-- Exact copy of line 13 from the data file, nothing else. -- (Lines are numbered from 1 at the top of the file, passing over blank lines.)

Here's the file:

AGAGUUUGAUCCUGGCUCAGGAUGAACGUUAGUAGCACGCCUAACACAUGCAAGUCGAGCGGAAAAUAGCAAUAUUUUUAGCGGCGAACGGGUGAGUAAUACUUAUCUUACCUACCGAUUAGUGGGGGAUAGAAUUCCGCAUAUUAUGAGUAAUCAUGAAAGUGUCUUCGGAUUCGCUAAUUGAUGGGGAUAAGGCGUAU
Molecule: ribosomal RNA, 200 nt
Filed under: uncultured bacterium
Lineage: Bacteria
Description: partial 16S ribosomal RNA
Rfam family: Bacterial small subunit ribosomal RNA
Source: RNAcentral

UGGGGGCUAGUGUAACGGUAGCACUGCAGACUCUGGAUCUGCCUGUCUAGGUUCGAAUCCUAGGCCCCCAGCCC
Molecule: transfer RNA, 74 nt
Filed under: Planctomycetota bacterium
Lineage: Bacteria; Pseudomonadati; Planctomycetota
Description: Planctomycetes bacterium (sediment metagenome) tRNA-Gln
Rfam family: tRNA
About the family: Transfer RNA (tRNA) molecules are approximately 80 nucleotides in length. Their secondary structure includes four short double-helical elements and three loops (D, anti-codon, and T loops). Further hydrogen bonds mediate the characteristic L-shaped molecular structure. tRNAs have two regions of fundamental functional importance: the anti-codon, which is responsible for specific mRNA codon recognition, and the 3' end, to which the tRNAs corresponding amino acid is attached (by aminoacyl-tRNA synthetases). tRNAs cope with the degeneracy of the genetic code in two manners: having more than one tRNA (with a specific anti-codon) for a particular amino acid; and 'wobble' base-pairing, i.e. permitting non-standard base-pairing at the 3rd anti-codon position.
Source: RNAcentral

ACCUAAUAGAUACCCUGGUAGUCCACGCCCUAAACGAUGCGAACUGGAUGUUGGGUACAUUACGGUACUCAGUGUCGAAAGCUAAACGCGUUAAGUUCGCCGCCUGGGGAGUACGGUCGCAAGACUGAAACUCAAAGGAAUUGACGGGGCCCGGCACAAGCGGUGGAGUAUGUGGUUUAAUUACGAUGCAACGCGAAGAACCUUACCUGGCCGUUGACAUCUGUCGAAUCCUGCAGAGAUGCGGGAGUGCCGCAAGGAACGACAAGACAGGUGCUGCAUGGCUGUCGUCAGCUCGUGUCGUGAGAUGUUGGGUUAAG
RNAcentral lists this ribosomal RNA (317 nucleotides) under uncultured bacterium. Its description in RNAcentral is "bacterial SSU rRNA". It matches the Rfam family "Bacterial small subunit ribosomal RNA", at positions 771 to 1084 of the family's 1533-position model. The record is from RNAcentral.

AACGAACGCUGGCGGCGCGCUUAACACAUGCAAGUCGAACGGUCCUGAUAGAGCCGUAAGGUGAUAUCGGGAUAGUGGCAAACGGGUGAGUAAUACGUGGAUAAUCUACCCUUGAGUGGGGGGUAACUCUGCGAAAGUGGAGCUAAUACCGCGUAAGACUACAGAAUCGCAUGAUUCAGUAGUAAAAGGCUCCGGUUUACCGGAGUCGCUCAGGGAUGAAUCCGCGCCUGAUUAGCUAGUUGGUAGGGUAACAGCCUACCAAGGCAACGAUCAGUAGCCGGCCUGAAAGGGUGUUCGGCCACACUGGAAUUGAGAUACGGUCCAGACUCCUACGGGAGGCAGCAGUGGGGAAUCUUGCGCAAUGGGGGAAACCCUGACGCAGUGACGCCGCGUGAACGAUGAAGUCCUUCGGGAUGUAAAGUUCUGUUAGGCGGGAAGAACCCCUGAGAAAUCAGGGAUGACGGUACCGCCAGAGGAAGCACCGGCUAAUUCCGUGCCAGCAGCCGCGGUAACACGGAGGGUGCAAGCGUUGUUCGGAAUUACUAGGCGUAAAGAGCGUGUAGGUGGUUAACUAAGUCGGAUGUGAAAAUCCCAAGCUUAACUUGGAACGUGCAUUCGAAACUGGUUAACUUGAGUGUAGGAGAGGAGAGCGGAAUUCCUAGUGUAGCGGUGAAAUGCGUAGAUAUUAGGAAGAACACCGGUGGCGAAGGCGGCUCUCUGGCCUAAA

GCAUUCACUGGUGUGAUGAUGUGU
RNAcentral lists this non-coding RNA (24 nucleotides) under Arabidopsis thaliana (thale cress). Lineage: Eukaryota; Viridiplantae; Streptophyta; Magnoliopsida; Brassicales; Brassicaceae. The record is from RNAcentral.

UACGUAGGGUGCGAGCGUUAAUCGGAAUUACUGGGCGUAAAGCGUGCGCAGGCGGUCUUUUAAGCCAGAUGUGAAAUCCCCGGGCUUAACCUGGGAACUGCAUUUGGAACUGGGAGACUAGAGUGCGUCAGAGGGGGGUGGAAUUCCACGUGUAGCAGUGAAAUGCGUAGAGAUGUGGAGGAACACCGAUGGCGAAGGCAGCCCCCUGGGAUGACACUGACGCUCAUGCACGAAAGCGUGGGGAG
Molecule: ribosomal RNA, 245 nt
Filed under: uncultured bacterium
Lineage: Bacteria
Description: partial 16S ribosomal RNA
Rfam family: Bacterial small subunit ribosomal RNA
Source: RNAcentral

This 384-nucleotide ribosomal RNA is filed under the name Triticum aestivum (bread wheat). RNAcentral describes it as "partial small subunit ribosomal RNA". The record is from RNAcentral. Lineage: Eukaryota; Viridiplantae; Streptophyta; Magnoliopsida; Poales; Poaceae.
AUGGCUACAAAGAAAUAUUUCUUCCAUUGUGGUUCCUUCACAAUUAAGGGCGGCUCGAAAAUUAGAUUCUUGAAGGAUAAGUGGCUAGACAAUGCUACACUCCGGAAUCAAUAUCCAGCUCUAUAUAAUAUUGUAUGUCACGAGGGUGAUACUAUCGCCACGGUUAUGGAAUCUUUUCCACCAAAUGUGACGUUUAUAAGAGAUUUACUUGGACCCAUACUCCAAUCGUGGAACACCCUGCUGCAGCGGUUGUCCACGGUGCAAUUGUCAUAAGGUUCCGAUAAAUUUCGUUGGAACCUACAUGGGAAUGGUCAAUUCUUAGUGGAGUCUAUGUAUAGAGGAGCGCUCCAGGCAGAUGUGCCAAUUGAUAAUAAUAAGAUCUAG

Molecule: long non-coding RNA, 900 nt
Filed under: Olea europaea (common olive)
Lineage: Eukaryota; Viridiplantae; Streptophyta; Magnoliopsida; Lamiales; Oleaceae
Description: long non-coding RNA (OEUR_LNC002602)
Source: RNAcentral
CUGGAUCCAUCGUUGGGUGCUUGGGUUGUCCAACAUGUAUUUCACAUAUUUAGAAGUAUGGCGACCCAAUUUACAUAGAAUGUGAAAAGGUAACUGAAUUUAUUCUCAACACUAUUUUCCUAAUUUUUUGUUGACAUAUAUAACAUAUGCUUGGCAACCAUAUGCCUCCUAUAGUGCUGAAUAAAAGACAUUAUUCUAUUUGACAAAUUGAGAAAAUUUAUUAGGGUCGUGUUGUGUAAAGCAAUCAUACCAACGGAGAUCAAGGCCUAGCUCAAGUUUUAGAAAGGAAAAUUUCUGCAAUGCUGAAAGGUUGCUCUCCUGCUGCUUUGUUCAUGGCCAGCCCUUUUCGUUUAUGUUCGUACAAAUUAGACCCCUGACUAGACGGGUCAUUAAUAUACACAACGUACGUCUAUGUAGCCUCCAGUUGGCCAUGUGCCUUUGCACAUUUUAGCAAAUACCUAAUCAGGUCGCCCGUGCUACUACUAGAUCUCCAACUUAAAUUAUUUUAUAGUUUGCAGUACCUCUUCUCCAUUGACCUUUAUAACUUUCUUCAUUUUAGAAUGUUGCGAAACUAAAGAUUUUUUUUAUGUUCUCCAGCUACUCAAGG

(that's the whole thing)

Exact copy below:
Rfam family: tRNA